One, two! One, two! And through and through

The vorpal blade went snicker-snack!

He left it dead, and with its head

He went galumphing back.

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The above lines aren’t from Where Futures End, the debut speculative fiction novel from Parker Peevyhouse--but they do form a portent ode for the story. Lewis Carroll’s Jabberwocky (from which the above lines are taken) is an important influence on the five tales told in the strange and wondrous Where Futures End (especially with regards to the vorpal and the blade).

But I’m getting ahead of myself. Let’s start at the beginning:

Where Futures End tells the story of five teenagers, over the span of a hundred years.

Dylan has always felt out of place. He has always told stories about the Other Place--a fairy land where a beautiful queen rules with a fair hand. But since that day at the beach, since his father left, everything has changed. Dylan’s always felt like he was different; he believes the Other Place is real, and that he alone has the ability to get there again. He also possesses the ability to alter people’s perceptions with his vorpal (an innate organ that grants him this ability), though no one believes him. Dylan will stop at nothing, though, to return to the land he so desperately believes is real.

Ten years later, the world is a different place. A teenager named Brixney works to eke out every possible hit and monetization of her always-streaming feed. Ever since her parents died, she has been in steep debt with her older brother, and she is desperate for a chance to change her fate--so when a strange young man strolls into her work, she’s eager for any opportunity.

Thirty years later, another young woman named Epony grapples with the very real possibility that her family farm and home will disappear in rising floodwaters--and in an attempt to save everything she cares for, she will go “high concept” and become a packaged, produced pop star under the formulated guise of her family’s home sponsor.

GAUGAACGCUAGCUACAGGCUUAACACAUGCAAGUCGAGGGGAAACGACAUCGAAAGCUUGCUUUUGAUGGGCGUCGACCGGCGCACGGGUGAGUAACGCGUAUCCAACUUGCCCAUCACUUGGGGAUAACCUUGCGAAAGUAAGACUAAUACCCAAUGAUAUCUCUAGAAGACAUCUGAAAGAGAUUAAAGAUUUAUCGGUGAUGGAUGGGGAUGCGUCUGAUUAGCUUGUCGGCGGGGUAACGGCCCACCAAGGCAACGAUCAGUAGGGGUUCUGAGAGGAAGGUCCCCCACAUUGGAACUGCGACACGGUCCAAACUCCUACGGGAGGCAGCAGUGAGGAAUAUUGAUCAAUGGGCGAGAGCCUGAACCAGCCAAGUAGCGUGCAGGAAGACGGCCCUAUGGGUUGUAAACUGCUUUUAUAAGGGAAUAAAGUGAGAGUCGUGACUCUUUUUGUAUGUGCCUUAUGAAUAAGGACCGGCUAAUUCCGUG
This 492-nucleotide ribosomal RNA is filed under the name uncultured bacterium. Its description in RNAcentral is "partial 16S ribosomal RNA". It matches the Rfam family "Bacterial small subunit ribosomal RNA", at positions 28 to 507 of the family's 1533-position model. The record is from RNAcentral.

Sixty years later, a young man named Reef--who doesn’t have a strong vorpal--tries to immerse himself in an alternate game world by any means (drugs, alliances, and odd jobs). Little does he know that the relationships he forms could mean the end of everything he has ever worked for.

A hundred years later, the world has changed even more--and young, passionate, observant Quinn believes that she has a destiny that could mean the end of all things. Her choice will save a world, and damn another one to death.

Over the course of these five narratives, Where Futures End tells the generational saga of a world on the brink of collapse, and the extraordinary actions and occurrences that could change everything.

I wasn’t quite sure what to expect with this novel--I was flummoxed when I read the book summary, but simultaneously intrigued. The end result finds me still flummoxed, but my sense of intrigue satiated in the best possible way. Peevyhouse tells five stories--which truly form one grand, overarching story--spanning a century and two inextricably linked yet hard-to-traverse worlds. Where Futures End isn’t exactly a time travel novel or a work of pure science fiction--despite the flash-forward nature of the narrative, the focus on evolving technology, and the dying environment, this surprisingly is a fantasy novel. It turns out that humans are not alone. There is a universe alongside ours, but it’s one that includes lush forests, crystal palaces and elven royalty--and only the humans with strong enough vorpals can traverse this promised land. I won’t spoil more of this, but I will say that the reveals over the course of the narrative are slow-burning, unexpected, and strangely beautiful.

Easily, the novel’s greatest success is the overarching plot and its unpredictable resolution--this, plus Peevyhouse’s gift for characterization is fantastic. I especially appreciated the evolution from Dylan’s more familiar time to Brixney’s debtor colony existence ruled by advertisers and constant feed monetization. (I mean, let’s face it--Brixney’s dystopian future doesn’t seem too impossibly far off.) The following two stories were somewhat less engaging--at least for me personally (the small-town jilted girlfriend concocting a publicity scheme and the drug-addicted gamer were a little cliche for my tastes).

These things said, Peevyhouse brings it home with her truly awesome final story. And while there are other nitpicks--the fact that language doesn’t change much over the course of a hundred years, for example--Where Futures End accomplishes exactly what it needs to do. It’s a haunting, frightening, Carroll-inspired vision of the future.

And it’s pretty darn good.

In Book Smugglerish, 6 and a half half vorpal blades out of 10.